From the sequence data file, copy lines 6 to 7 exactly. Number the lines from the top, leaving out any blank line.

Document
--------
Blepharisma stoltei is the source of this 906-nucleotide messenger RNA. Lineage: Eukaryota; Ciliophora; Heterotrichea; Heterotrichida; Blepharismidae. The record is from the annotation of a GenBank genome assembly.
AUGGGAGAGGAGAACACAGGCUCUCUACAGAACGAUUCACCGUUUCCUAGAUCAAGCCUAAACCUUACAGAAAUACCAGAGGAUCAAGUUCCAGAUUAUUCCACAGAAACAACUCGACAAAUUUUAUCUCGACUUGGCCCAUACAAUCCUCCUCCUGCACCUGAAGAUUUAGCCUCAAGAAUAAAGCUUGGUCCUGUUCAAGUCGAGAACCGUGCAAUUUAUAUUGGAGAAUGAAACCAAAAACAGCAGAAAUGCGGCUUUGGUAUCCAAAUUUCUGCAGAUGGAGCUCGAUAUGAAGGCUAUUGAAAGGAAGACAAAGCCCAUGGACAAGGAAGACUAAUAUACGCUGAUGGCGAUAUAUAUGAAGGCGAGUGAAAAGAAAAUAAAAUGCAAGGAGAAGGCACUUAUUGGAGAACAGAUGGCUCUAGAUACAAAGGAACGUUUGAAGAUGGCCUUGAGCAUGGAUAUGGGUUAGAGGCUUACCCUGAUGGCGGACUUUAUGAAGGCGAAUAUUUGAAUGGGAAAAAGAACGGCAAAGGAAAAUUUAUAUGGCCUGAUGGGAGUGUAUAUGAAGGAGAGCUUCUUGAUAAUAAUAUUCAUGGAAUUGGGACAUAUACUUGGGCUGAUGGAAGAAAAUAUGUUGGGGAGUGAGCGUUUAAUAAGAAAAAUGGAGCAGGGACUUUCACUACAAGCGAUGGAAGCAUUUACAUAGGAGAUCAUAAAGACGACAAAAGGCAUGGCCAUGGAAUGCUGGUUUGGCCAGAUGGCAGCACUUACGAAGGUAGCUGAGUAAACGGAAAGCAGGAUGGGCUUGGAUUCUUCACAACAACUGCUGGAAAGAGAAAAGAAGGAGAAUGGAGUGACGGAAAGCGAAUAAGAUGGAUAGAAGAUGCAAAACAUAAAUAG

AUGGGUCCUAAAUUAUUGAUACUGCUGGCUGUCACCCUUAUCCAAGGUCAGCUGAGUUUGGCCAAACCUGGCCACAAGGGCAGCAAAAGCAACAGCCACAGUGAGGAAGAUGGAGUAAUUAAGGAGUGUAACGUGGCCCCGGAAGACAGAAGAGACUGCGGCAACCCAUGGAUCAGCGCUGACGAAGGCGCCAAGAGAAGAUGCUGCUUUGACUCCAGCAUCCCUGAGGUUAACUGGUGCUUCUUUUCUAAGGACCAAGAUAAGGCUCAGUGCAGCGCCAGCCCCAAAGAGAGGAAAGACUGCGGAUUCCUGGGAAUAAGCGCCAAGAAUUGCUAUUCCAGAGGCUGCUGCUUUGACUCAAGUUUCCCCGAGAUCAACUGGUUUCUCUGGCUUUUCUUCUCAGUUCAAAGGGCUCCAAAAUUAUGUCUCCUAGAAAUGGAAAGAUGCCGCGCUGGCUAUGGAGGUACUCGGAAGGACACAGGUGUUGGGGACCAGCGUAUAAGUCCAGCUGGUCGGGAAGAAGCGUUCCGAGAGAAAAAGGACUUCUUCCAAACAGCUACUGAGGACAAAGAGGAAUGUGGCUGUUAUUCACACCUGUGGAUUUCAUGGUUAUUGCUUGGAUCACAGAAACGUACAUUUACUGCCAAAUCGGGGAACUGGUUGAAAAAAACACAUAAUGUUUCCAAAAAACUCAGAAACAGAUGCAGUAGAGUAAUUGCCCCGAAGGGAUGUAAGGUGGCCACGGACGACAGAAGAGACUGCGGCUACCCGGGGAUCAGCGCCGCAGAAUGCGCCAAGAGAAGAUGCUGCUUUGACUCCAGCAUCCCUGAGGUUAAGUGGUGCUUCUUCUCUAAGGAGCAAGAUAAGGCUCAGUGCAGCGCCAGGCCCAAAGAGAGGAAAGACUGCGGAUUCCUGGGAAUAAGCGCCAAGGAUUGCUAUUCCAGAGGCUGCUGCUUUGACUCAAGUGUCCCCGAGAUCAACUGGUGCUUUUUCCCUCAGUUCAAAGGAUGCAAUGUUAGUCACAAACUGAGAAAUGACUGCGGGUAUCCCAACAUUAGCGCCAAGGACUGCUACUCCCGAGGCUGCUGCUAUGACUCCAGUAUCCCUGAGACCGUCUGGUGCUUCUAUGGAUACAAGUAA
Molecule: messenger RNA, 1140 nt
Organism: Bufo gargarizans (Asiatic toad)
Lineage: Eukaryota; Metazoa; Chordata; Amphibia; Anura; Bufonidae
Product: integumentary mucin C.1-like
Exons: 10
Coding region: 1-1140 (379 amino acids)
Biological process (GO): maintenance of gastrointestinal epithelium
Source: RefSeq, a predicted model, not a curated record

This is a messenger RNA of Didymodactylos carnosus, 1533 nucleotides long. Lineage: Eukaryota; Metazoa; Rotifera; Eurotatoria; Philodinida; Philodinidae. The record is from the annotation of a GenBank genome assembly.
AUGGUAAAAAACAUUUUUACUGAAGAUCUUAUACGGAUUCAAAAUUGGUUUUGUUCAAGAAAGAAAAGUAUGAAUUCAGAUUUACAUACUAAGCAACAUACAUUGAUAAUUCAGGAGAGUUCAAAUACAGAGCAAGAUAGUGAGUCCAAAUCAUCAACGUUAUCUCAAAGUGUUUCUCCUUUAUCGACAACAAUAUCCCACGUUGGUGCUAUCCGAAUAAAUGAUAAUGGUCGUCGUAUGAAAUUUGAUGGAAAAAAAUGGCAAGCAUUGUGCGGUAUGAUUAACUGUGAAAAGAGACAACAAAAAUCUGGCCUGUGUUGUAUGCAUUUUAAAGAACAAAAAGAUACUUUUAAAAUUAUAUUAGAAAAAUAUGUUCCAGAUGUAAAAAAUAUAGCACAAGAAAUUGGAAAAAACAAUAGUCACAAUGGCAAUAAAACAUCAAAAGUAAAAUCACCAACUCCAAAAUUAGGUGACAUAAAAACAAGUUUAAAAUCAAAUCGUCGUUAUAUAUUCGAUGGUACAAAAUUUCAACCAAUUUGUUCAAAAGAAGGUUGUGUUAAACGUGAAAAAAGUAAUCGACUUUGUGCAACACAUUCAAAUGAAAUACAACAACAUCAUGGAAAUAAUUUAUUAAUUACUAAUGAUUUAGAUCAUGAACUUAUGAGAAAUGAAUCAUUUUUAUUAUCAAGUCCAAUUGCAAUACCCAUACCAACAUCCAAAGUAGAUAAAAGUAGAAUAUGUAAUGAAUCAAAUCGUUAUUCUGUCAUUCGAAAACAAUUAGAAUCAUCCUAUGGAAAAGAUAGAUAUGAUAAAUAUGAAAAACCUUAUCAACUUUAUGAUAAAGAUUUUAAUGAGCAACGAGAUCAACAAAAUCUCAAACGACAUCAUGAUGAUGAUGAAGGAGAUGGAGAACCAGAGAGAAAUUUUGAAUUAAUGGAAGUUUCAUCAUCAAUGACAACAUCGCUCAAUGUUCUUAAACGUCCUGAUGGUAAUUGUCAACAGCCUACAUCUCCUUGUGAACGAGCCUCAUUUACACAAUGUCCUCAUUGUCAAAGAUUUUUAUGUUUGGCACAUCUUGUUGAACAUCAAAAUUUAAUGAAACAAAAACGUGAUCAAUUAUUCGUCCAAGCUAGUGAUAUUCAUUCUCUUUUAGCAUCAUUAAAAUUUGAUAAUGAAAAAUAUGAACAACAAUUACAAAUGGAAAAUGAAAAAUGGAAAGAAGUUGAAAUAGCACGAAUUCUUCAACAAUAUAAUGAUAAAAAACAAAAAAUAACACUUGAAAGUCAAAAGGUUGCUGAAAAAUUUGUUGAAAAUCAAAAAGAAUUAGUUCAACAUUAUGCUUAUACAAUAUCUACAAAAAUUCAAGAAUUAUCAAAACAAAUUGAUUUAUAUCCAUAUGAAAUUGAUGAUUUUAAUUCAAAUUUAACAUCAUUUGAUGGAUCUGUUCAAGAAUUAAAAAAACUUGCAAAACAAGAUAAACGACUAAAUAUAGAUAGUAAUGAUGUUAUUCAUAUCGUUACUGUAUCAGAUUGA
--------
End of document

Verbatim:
Lineage: Eukaryota; Metazoa; Chordata; Amphibia; Anura; Bufonidae
Product: integumentary mucin C.1-like